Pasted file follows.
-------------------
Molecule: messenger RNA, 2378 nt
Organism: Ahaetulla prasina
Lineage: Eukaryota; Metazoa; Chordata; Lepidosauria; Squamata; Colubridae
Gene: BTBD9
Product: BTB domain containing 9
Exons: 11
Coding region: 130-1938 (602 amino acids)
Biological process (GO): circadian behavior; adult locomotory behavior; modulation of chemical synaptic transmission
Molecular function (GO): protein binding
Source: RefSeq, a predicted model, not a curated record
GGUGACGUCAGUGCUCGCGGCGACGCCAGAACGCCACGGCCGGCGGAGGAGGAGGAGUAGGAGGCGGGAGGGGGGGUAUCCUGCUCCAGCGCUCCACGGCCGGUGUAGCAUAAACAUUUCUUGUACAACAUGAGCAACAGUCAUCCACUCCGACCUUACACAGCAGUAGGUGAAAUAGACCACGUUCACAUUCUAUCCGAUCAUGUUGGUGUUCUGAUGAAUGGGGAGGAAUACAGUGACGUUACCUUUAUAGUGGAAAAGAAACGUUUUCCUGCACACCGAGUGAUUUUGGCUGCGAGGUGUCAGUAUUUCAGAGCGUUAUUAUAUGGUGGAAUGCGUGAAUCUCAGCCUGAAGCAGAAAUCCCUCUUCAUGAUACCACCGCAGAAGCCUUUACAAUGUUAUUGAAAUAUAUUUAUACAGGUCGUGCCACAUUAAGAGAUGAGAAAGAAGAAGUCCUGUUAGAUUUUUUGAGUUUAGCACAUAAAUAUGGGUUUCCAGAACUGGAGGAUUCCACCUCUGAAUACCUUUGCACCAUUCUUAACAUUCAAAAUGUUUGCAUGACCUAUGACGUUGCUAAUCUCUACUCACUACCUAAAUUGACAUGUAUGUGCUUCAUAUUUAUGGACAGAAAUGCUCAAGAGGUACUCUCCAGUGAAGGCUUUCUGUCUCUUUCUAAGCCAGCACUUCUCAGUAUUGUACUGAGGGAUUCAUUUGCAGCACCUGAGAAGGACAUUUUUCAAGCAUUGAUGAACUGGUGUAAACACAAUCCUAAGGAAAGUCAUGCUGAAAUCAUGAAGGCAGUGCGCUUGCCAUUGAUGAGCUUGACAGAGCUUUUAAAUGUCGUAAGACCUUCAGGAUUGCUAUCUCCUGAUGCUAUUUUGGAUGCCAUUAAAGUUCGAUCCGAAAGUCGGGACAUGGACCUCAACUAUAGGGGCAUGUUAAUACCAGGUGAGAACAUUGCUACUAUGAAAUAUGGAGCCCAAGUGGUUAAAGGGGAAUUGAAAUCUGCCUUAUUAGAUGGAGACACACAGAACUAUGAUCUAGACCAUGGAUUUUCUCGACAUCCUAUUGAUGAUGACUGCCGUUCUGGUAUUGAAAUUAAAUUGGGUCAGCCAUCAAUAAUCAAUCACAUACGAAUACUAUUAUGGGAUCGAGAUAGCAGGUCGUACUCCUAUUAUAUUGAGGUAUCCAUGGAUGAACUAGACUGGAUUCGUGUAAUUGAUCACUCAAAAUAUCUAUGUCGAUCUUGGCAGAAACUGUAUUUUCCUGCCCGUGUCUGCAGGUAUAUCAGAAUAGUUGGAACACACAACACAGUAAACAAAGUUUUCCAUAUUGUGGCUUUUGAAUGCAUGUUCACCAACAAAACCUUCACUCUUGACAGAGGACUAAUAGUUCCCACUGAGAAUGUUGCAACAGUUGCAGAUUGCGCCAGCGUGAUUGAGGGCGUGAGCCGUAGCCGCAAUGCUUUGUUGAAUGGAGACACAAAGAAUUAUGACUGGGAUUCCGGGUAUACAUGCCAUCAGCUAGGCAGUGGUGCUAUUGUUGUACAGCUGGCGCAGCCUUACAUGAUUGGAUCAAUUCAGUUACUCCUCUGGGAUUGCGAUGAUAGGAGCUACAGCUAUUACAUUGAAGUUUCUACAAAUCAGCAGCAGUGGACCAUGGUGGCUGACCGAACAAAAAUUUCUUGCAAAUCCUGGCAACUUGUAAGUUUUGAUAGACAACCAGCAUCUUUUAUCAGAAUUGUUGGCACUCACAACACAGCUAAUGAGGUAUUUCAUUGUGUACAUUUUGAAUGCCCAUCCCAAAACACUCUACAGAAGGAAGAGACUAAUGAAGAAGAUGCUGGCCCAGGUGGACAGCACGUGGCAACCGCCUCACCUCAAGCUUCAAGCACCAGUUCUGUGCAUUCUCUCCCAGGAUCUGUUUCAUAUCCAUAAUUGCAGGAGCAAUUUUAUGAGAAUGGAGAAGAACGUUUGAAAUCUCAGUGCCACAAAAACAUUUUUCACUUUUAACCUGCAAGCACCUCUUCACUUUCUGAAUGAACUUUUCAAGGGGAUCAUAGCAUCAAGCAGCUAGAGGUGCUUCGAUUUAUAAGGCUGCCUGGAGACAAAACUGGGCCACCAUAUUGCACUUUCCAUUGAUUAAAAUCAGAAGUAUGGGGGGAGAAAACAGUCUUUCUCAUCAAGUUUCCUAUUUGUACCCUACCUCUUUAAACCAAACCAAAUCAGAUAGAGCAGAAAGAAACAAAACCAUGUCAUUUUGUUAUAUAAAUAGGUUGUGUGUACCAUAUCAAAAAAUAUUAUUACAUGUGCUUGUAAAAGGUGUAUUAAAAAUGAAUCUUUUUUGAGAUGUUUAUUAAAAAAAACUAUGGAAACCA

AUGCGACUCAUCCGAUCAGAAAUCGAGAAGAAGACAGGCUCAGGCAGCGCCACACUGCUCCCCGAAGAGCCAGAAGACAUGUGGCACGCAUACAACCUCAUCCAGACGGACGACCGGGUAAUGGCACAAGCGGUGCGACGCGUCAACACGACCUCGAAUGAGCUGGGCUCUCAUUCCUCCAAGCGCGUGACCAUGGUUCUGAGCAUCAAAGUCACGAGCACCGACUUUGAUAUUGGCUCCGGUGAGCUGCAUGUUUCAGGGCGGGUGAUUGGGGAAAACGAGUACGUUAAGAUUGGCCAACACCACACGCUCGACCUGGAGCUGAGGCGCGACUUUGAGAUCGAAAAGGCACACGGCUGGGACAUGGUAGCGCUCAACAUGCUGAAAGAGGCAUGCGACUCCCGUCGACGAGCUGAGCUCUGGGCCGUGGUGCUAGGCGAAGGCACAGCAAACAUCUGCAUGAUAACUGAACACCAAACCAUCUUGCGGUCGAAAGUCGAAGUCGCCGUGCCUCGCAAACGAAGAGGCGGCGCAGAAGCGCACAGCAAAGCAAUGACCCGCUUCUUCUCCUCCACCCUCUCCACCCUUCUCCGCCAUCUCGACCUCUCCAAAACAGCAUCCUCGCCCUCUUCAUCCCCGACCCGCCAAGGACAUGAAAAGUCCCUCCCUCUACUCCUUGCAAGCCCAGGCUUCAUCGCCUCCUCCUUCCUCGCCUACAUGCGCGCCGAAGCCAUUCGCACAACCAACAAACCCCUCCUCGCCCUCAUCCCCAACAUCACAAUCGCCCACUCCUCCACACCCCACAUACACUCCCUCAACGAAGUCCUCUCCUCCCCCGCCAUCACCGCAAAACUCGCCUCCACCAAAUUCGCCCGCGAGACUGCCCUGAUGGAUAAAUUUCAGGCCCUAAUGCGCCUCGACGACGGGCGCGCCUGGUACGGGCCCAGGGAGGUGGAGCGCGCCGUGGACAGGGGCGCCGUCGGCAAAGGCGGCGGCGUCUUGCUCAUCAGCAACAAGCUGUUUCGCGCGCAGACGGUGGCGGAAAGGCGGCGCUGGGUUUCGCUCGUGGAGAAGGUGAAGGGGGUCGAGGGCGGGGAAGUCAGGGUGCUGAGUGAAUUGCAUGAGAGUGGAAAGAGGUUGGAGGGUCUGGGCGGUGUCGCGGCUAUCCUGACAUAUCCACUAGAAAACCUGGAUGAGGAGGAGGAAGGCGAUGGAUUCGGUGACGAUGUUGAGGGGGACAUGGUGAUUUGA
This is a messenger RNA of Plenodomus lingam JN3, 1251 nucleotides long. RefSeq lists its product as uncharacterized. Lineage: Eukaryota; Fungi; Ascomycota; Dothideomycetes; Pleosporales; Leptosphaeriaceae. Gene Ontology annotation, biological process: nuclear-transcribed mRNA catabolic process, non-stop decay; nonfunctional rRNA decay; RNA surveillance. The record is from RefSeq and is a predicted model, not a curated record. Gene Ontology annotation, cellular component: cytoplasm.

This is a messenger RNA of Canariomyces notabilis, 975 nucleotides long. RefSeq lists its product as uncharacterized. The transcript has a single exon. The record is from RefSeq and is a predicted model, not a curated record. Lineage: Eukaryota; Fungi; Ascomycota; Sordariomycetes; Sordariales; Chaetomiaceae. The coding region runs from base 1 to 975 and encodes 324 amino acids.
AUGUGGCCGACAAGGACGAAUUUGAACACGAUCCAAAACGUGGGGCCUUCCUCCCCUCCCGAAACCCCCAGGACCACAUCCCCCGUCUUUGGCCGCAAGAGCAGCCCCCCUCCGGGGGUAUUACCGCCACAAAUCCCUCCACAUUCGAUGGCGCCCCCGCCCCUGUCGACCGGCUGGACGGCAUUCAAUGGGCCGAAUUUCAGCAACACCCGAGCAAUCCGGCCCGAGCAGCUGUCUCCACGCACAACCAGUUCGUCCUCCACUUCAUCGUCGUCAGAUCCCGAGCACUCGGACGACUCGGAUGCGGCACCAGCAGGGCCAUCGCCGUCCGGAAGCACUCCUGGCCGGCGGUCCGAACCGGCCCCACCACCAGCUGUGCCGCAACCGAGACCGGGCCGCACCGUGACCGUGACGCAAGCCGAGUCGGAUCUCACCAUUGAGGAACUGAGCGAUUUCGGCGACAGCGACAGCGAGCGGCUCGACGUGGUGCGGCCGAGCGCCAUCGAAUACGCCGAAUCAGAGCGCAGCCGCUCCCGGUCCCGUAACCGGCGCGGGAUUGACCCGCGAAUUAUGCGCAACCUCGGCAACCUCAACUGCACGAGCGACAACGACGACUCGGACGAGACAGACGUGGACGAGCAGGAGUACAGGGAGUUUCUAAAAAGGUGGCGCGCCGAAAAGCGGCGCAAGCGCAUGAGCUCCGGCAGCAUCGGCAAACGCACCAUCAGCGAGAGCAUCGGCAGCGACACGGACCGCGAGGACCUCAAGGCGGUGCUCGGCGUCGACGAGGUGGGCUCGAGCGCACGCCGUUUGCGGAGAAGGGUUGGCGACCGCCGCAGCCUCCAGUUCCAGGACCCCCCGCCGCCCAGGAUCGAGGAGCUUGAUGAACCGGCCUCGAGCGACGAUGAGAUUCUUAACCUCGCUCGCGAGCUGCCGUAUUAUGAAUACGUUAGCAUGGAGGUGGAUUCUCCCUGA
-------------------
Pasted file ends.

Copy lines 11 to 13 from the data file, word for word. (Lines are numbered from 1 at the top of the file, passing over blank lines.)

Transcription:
GGUGACGUCAGUGCUCGCGGCGACGCCAGAACGCCACGGCCGGCGGAGGAGGAGGAGUAGGAGGCGGGAGGGGGGGUAUCCUGCUCCAGCGCUCCACGGCCGGUGUAGCAUAAACAUUUCUUGUACAACAUGAGCAACAGUCAUCCACUCCGACCUUACACAGCAGUAGGUGAAAUAGACCACGUUCACAUUCUAUCCGAUCAUGUUGGUGUUCUGAUGAAUGGGGAGGAAUACAGUGACGUUACCUUUAUAGUGGAAAAGAAACGUUUUCCUGCACACCGAGUGAUUUUGGCUGCGAGGUGUCAGUAUUUCAGAGCGUUAUUAUAUGGUGGAAUGCGUGAAUCUCAGCCUGAAGCAGAAAUCCCUCUUCAUGAUACCACCGCAGAAGCCUUUACAAUGUUAUUGAAAUAUAUUUAUACAGGUCGUGCCACAUUAAGAGAUGAGAAAGAAGAAGUCCUGUUAGAUUUUUUGAGUUUAGCACAUAAAUAUGGGUUUCCAGAACUGGAGGAUUCCACCUCUGAAUACCUUUGCACCAUUCUUAACAUUCAAAAUGUUUGCAUGACCUAUGACGUUGCUAAUCUCUACUCACUACCUAAAUUGACAUGUAUGUGCUUCAUAUUUAUGGACAGAAAUGCUCAAGAGGUACUCUCCAGUGAAGGCUUUCUGUCUCUUUCUAAGCCAGCACUUCUCAGUAUUGUACUGAGGGAUUCAUUUGCAGCACCUGAGAAGGACAUUUUUCAAGCAUUGAUGAACUGGUGUAAACACAAUCCUAAGGAAAGUCAUGCUGAAAUCAUGAAGGCAGUGCGCUUGCCAUUGAUGAGCUUGACAGAGCUUUUAAAUGUCGUAAGACCUUCAGGAUUGCUAUCUCCUGAUGCUAUUUUGGAUGCCAUUAAAGUUCGAUCCGAAAGUCGGGACAUGGACCUCAACUAUAGGGGCAUGUUAAUACCAGGUGAGAACAUUGCUACUAUGAAAUAUGGAGCCCAAGUGGUUAAAGGGGAAUUGAAAUCUGCCUUAUUAGAUGGAGACACACAGAACUAUGAUCUAGACCAUGGAUUUUCUCGACAUCCUAUUGAUGAUGACUGCCGUUCUGGUAUUGAAAUUAAAUUGGGUCAGCCAUCAAUAAUCAAUCACAUACGAAUACUAUUAUGGGAUCGAGAUAGCAGGUCGUACUCCUAUUAUAUUGAGGUAUCCAUGGAUGAACUAGACUGGAUUCGUGUAAUUGAUCACUCAAAAUAUCUAUGUCGAUCUUGGCAGAAACUGUAUUUUCCUGCCCGUGUCUGCAGGUAUAUCAGAAUAGUUGGAACACACAACACAGUAAACAAAGUUUUCCAUAUUGUGGCUUUUGAAUGCAUGUUCACCAACAAAACCUUCACUCUUGACAGAGGACUAAUAGUUCCCACUGAGAAUGUUGCAACAGUUGCAGAUUGCGCCAGCGUGAUUGAGGGCGUGAGCCGUAGCCGCAAUGCUUUGUUGAAUGGAGACACAAAGAAUUAUGACUGGGAUUCCGGGUAUACAUGCCAUCAGCUAGGCAGUGGUGCUAUUGUUGUACAGCUGGCGCAGCCUUACAUGAUUGGAUCAAUUCAGUUACUCCUCUGGGAUUGCGAUGAUAGGAGCUACAGCUAUUACAUUGAAGUUUCUACAAAUCAGCAGCAGUGGACCAUGGUGGCUGACCGAACAAAAAUUUCUUGCAAAUCCUGGCAACUUGUAAGUUUUGAUAGACAACCAGCAUCUUUUAUCAGAAUUGUUGGCACUCACAACACAGCUAAUGAGGUAUUUCAUUGUGUACAUUUUGAAUGCCCAUCCCAAAACACUCUACAGAAGGAAGAGACUAAUGAAGAAGAUGCUGGCCCAGGUGGACAGCACGUGGCAACCGCCUCACCUCAAGCUUCAAGCACCAGUUCUGUGCAUUCUCUCCCAGGAUCUGUUUCAUAUCCAUAAUUGCAGGAGCAAUUUUAUGAGAAUGGAGAAGAACGUUUGAAAUCUCAGUGCCACAAAAACAUUUUUCACUUUUAACCUGCAAGCACCUCUUCACUUUCUGAAUGAACUUUUCAAGGGGAUCAUAGCAUCAAGCAGCUAGAGGUGCUUCGAUUUAUAAGGCUGCCUGGAGACAAAACUGGGCCACCAUAUUGCACUUUCCAUUGAUUAAAAUCAGAAGUAUGGGGGGAGAAAACAGUCUUUCUCAUCAAGUUUCCUAUUUGUACCCUACCUCUUUAAACCAAACCAAAUCAGAUAGAGCAGAAAGAAACAAAACCAUGUCAUUUUGUUAUAUAAAUAGGUUGUGUGUACCAUAUCAAAAAAUAUUAUUACAUGUGCUUGUAAAAGGUGUAUUAAAAAUGAAUCUUUUUUGAGAUGUUUAUUAAAAAAAACUAUGGAAACCA

AUGCGACUCAUCCGAUCAGAAAUCGAGAAGAAGACAGGCUCAGGCAGCGCCACACUGCUCCCCGAAGAGCCAGAAGACAUGUGGCACGCAUACAACCUCAUCCAGACGGACGACCGGGUAAUGGCACAAGCGGUGCGACGCGUCAACACGACCUCGAAUGAGCUGGGCUCUCAUUCCUCCAAGCGCGUGACCAUGGUUCUGAGCAUCAAAGUCACGAGCACCGACUUUGAUAUUGGCUCCGGUGAGCUGCAUGUUUCAGGGCGGGUGAUUGGGGAAAACGAGUACGUUAAGAUUGGCCAACACCACACGCUCGACCUGGAGCUGAGGCGCGACUUUGAGAUCGAAAAGGCACACGGCUGGGACAUGGUAGCGCUCAACAUGCUGAAAGAGGCAUGCGACUCCCGUCGACGAGCUGAGCUCUGGGCCGUGGUGCUAGGCGAAGGCACAGCAAACAUCUGCAUGAUAACUGAACACCAAACCAUCUUGCGGUCGAAAGUCGAAGUCGCCGUGCCUCGCAAACGAAGAGGCGGCGCAGAAGCGCACAGCAAAGCAAUGACCCGCUUCUUCUCCUCCACCCUCUCCACCCUUCUCCGCCAUCUCGACCUCUCCAAAACAGCAUCCUCGCCCUCUUCAUCCCCGACCCGCCAAGGACAUGAAAAGUCCCUCCCUCUACUCCUUGCAAGCCCAGGCUUCAUCGCCUCCUCCUUCCUCGCCUACAUGCGCGCCGAAGCCAUUCGCACAACCAACAAACCCCUCCUCGCCCUCAUCCCCAACAUCACAAUCGCCCACUCCUCCACACCCCACAUACACUCCCUCAACGAAGUCCUCUCCUCCCCCGCCAUCACCGCAAAACUCGCCUCCACCAAAUUCGCCCGCGAGACUGCCCUGAUGGAUAAAUUUCAGGCCCUAAUGCGCCUCGACGACGGGCGCGCCUGGUACGGGCCCAGGGAGGUGGAGCGCGCCGUGGACAGGGGCGCCGUCGGCAAAGGCGGCGGCGUCUUGCUCAUCAGCAACAAGCUGUUUCGCGCGCAGACGGUGGCGGAAAGGCGGCGCUGGGUUUCGCUCGUGGAGAAGGUGAAGGGGGUCGAGGGCGGGGAAGUCAGGGUGCUGAGUGAAUUGCAUGAGAGUGGAAAGAGGUUGGAGGGUCUGGGCGGUGUCGCGGCUAUCCUGACAUAUCCACUAGAAAACCUGGAUGAGGAGGAGGAAGGCGAUGGAUUCGGUGACGAUGUUGAGGGGGACAUGGUGAUUUGA
This is a messenger RNA of Plenodomus lingam JN3, 1251 nucleotides long. RefSeq lists its product as uncharacterized. Lineage: Eukaryota; Fungi; Ascomycota; Dothideomycetes; Pleosporales; Leptosphaeriaceae. Gene Ontology annotation, biological process: nuclear-transcribed mRNA catabolic process, non-stop decay; nonfunctional rRNA decay; RNA surveillance. The record is from RefSeq and is a predicted model, not a curated record. Gene Ontology annotation, cellular component: cytoplasm.